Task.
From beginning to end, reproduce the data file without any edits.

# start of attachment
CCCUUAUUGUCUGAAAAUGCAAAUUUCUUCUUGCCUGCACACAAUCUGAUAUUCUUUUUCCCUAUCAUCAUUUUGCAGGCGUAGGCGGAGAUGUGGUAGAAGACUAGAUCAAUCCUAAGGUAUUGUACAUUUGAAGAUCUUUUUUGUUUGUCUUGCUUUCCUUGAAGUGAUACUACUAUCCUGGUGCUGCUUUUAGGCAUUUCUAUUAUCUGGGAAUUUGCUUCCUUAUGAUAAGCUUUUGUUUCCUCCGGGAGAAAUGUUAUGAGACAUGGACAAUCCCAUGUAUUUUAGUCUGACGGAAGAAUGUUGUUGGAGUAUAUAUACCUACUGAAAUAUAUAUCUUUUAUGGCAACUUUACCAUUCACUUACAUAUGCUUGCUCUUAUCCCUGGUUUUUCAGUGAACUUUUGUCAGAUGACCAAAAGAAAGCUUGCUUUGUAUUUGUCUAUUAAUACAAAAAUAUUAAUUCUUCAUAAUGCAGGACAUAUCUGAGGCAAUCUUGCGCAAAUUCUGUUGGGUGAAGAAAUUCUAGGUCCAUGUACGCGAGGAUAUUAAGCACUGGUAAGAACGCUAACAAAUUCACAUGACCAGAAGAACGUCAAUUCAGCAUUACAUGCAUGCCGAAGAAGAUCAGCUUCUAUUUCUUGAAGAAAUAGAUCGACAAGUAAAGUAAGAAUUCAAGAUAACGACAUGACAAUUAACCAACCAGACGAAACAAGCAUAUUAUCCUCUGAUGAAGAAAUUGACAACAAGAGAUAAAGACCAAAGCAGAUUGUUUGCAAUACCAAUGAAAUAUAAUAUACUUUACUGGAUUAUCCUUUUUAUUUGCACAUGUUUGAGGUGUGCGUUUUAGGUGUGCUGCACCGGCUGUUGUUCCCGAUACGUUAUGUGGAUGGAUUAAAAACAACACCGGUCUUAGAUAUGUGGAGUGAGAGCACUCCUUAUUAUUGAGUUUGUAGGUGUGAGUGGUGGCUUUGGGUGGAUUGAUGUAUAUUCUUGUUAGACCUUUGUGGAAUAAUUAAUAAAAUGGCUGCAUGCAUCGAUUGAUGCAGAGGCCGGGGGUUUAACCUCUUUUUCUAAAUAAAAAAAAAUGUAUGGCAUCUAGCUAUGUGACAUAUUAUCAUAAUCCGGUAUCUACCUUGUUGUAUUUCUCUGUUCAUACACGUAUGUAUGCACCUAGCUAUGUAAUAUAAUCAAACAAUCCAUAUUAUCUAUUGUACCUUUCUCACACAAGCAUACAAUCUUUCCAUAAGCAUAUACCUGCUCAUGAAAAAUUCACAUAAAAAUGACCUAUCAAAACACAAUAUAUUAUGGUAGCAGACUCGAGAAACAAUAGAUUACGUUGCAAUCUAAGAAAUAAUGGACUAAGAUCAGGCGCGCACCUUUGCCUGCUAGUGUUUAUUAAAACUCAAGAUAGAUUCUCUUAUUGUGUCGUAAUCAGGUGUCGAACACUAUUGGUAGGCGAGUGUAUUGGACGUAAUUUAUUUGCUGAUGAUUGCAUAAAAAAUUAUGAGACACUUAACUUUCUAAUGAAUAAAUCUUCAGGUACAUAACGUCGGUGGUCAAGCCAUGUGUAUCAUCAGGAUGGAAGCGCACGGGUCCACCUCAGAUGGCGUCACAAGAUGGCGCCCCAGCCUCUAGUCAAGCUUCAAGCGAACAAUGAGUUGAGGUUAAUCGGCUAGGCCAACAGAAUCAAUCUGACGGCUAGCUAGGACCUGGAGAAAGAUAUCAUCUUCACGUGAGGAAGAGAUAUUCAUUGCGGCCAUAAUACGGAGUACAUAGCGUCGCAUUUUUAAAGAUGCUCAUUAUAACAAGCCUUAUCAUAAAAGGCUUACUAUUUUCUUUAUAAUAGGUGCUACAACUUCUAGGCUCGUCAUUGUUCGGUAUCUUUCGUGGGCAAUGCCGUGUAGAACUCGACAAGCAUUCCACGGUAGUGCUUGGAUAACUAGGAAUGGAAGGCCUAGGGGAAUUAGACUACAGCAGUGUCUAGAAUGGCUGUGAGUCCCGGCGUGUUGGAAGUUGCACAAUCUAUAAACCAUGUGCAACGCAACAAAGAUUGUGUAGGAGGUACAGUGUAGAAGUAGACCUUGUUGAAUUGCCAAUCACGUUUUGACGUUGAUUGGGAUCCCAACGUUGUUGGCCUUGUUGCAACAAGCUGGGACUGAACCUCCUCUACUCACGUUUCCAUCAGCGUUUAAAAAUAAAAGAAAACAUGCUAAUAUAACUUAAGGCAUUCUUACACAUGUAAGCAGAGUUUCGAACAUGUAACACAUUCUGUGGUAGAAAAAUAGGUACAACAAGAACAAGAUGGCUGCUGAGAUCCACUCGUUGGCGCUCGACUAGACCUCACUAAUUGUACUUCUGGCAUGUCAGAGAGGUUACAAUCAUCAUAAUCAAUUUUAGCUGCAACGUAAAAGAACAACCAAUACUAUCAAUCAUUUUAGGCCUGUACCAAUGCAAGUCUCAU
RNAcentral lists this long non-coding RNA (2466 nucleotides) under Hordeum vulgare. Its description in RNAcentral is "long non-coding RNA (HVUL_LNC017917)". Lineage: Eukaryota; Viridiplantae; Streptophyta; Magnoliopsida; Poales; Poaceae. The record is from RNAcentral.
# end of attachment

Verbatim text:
CCCUUAUUGUCUGAAAAUGCAAAUUUCUUCUUGCCUGCACACAAUCUGAUAUUCUUUUUCCCUAUCAUCAUUUUGCAGGCGUAGGCGGAGAUGUGGUAGAAGACUAGAUCAAUCCUAAGGUAUUGUACAUUUGAAGAUCUUUUUUGUUUGUCUUGCUUUCCUUGAAGUGAUACUACUAUCCUGGUGCUGCUUUUAGGCAUUUCUAUUAUCUGGGAAUUUGCUUCCUUAUGAUAAGCUUUUGUUUCCUCCGGGAGAAAUGUUAUGAGACAUGGACAAUCCCAUGUAUUUUAGUCUGACGGAAGAAUGUUGUUGGAGUAUAUAUACCUACUGAAAUAUAUAUCUUUUAUGGCAACUUUACCAUUCACUUACAUAUGCUUGCUCUUAUCCCUGGUUUUUCAGUGAACUUUUGUCAGAUGACCAAAAGAAAGCUUGCUUUGUAUUUGUCUAUUAAUACAAAAAUAUUAAUUCUUCAUAAUGCAGGACAUAUCUGAGGCAAUCUUGCGCAAAUUCUGUUGGGUGAAGAAAUUCUAGGUCCAUGUACGCGAGGAUAUUAAGCACUGGUAAGAACGCUAACAAAUUCACAUGACCAGAAGAACGUCAAUUCAGCAUUACAUGCAUGCCGAAGAAGAUCAGCUUCUAUUUCUUGAAGAAAUAGAUCGACAAGUAAAGUAAGAAUUCAAGAUAACGACAUGACAAUUAACCAACCAGACGAAACAAGCAUAUUAUCCUCUGAUGAAGAAAUUGACAACAAGAGAUAAAGACCAAAGCAGAUUGUUUGCAAUACCAAUGAAAUAUAAUAUACUUUACUGGAUUAUCCUUUUUAUUUGCACAUGUUUGAGGUGUGCGUUUUAGGUGUGCUGCACCGGCUGUUGUUCCCGAUACGUUAUGUGGAUGGAUUAAAAACAACACCGGUCUUAGAUAUGUGGAGUGAGAGCACUCCUUAUUAUUGAGUUUGUAGGUGUGAGUGGUGGCUUUGGGUGGAUUGAUGUAUAUUCUUGUUAGACCUUUGUGGAAUAAUUAAUAAAAUGGCUGCAUGCAUCGAUUGAUGCAGAGGCCGGGGGUUUAACCUCUUUUUCUAAAUAAAAAAAAAUGUAUGGCAUCUAGCUAUGUGACAUAUUAUCAUAAUCCGGUAUCUACCUUGUUGUAUUUCUCUGUUCAUACACGUAUGUAUGCACCUAGCUAUGUAAUAUAAUCAAACAAUCCAUAUUAUCUAUUGUACCUUUCUCACACAAGCAUACAAUCUUUCCAUAAGCAUAUACCUGCUCAUGAAAAAUUCACAUAAAAAUGACCUAUCAAAACACAAUAUAUUAUGGUAGCAGACUCGAGAAACAAUAGAUUACGUUGCAAUCUAAGAAAUAAUGGACUAAGAUCAGGCGCGCACCUUUGCCUGCUAGUGUUUAUUAAAACUCAAGAUAGAUUCUCUUAUUGUGUCGUAAUCAGGUGUCGAACACUAUUGGUAGGCGAGUGUAUUGGACGUAAUUUAUUUGCUGAUGAUUGCAUAAAAAAUUAUGAGACACUUAACUUUCUAAUGAAUAAAUCUUCAGGUACAUAACGUCGGUGGUCAAGCCAUGUGUAUCAUCAGGAUGGAAGCGCACGGGUCCACCUCAGAUGGCGUCACAAGAUGGCGCCCCAGCCUCUAGUCAAGCUUCAAGCGAACAAUGAGUUGAGGUUAAUCGGCUAGGCCAACAGAAUCAAUCUGACGGCUAGCUAGGACCUGGAGAAAGAUAUCAUCUUCACGUGAGGAAGAGAUAUUCAUUGCGGCCAUAAUACGGAGUACAUAGCGUCGCAUUUUUAAAGAUGCUCAUUAUAACAAGCCUUAUCAUAAAAGGCUUACUAUUUUCUUUAUAAUAGGUGCUACAACUUCUAGGCUCGUCAUUGUUCGGUAUCUUUCGUGGGCAAUGCCGUGUAGAACUCGACAAGCAUUCCACGGUAGUGCUUGGAUAACUAGGAAUGGAAGGCCUAGGGGAAUUAGACUACAGCAGUGUCUAGAAUGGCUGUGAGUCCCGGCGUGUUGGAAGUUGCACAAUCUAUAAACCAUGUGCAACGCAACAAAGAUUGUGUAGGAGGUACAGUGUAGAAGUAGACCUUGUUGAAUUGCCAAUCACGUUUUGACGUUGAUUGGGAUCCCAACGUUGUUGGCCUUGUUGCAACAAGCUGGGACUGAACCUCCUCUACUCACGUUUCCAUCAGCGUUUAAAAAUAAAAGAAAACAUGCUAAUAUAACUUAAGGCAUUCUUACACAUGUAAGCAGAGUUUCGAACAUGUAACACAUUCUGUGGUAGAAAAAUAGGUACAACAAGAACAAGAUGGCUGCUGAGAUCCACUCGUUGGCGCUCGACUAGACCUCACUAAUUGUACUUCUGGCAUGUCAGAGAGGUUACAAUCAUCAUAAUCAAUUUUAGCUGCAACGUAAAAGAACAACCAAUACUAUCAAUCAUUUUAGGCCUGUACCAAUGCAAGUCUCAU
RNAcentral lists this long non-coding RNA (2466 nucleotides) under Hordeum vulgare. Its description in RNAcentral is "long non-coding RNA (HVUL_LNC017917)". Lineage: Eukaryota; Viridiplantae; Streptophyta; Magnoliopsida; Poales; Poaceae. The record is from RNAcentral.